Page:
Third stage management in the US?

  1. Hi all
    I'm a nurse midwife in Australia. Am keen to hear from you all about how third stages are managed in your unit. We in Oz do the UK thing and give the oxytocic with the birth of the anterior shoulder, then when there is a uterine contraction and or signs of separation do CCT. We read alot of stuff here about different methods in the US. What is the general process?
    Thanks in advance
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  2. 10 Comments

  3. by   californianclextaker
    At my facility, we start running 20 units of Pitocin in a Liter of LR after placenta is delivered. Most RN's bolus about 500mls, then slow it down to 125ml/hour. The MD's usually give a "little" traction on the cord to encourgage the placenta to come out and we have the patient push to deliver the placenta. The MD or RN then does some fundal massage to get the uterus to contract.
  4. by   NurseNora
    When the world was young and the ages dark and I was a young nurse, we used to give 10U of Pitocin with the delivery of the head or the anterior shoulder. Then it was decided that straight IV push Pit is a bad thing because of the occasional profound hypotension that can cause (yep, I've seen that too). If we missed giving it with the head, we gave it after the placenta.

    At the last place I worked, we put 10 to 20 Units in the IV bottle, depending on how much was left in the bottle, as soon as the placenta is delivered and ran it in pretty much wide open. At my present hospital, we put 10-20 Units in the bottle and run it at 999cc/hr on the pump until recovery starts, then try to keep it running thru out most of the recovery period. If she was induced (30Units in 500 cc), we run that at 200 cc or so an hour as soon as baby delivered.

    I've even worked with a few docs who trusted Mother Nature and only gave Pitocin if Mom's bleeding was excessive and the uterus wouldn't stay firm.
  5. by   OzMW
    Umm...a dumb question....but does every woman in labour have an IV?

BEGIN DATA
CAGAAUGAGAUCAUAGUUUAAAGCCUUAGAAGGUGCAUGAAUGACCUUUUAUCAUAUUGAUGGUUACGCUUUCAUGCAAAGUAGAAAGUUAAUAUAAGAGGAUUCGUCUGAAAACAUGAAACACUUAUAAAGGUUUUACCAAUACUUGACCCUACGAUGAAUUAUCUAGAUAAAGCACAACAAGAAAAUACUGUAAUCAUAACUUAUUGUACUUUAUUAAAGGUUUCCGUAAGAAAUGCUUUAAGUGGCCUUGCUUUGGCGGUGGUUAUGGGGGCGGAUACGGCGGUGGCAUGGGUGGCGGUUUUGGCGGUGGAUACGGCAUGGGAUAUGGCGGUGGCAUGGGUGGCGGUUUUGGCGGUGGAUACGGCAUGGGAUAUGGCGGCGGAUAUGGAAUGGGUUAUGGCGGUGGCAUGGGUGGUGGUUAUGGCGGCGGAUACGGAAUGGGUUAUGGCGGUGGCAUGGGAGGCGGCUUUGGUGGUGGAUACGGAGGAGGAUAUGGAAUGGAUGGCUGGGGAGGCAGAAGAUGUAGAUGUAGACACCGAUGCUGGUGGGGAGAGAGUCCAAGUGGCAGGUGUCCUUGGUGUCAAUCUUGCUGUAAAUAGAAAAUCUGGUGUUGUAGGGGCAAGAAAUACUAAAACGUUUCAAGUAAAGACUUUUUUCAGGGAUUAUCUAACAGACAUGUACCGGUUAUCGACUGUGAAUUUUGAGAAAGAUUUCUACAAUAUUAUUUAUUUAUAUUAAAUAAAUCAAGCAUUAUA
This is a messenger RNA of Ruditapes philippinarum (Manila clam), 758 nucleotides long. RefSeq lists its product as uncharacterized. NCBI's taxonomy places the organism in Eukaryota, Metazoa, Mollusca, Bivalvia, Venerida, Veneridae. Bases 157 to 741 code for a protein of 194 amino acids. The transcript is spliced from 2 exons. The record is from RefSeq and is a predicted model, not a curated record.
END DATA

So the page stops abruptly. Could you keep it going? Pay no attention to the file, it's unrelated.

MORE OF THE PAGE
6. by   cassioo
    Quote from OzMW
    Umm...a dumb question....but does every woman in labour have an IV?
    pretty much because we mostly have inductions or at least augmented it's a cold strange day when somebody comes in on their own and delivers...and heaven forbid if you don't have paperwork to go with it
  7. by   NurseNora
    Quote from OzMW
    Umm...a dumb question....but does every woman in labour have an IV?
    Most do. If we have someone who really wants to not have one, the provider usually wants us to at least put in a saline lock to have immediate IV access in case of emergency. We tend to be over cautious here in the USA.

    I did work with one doc when I worked in the large teaching hospital who'd allow his patients to deliver without an IV and even not give Pitocin afterwards unless needed. He and I each liked to demonstrate to the residents that birth really is an experience of health, not disease.
  8. by   OzMW
    Wow! How do women manage to birth at all?:smackingf One thing I have learnt in the last 17 years is that so much of what we worry about around labour and birth we cause!!! Thanks for your replies look forward to some more.......
  9. by   OzMW
    So tell me when the babe had been born do the docs wait for signs of separation or do they just yank on the cord? Am just trying to get my head around this because our policy of active management is that we don't touch the cord until an oxytocic has been given and has been given time to work! Many a student has been told off for even looking like touching the cord before then. The concern is with uterine inversion.
  10. by   cassioo
    Sine we have mostly inductions the pit is already running then after cutting the cord most wait for signs of seperation but will put a little traction on the cord and massage the uterus or do any repairs if needed (most come in less then 10 minutes where I work) then we bolus the pit IV
  11. by   FLOBRN
    All these answers are very interesting. I work in central Florida. At our facility, the baby is delivered, we wait for the placenta...no tugging/pulling ect. After the placenta we usually hang 30uPitocin/500mls N/S at 42mU/minute (which works out to 42 mls / hour. Sometimes we don't hang any pit at all, just depends on the Mom and her bleeding. Sometimes we need methergine, hemabate or rectal cytotec. It all depends on the Moms status and what is going on. Why give Pit with the head or the ant shoulder? Are the MD's that impatient?
  12. by   OzMW
    Quote from FLOBRN
    Why give Pit with the head or the ant shoulder? Are the MD's that impatient?
    In Australia at least it is part of the active management of the third stage....the thought is that it will start to work not long after the baby is birthed. Reality in our place is it pretty much never gets given then as there is usually only two midwives at normal births.

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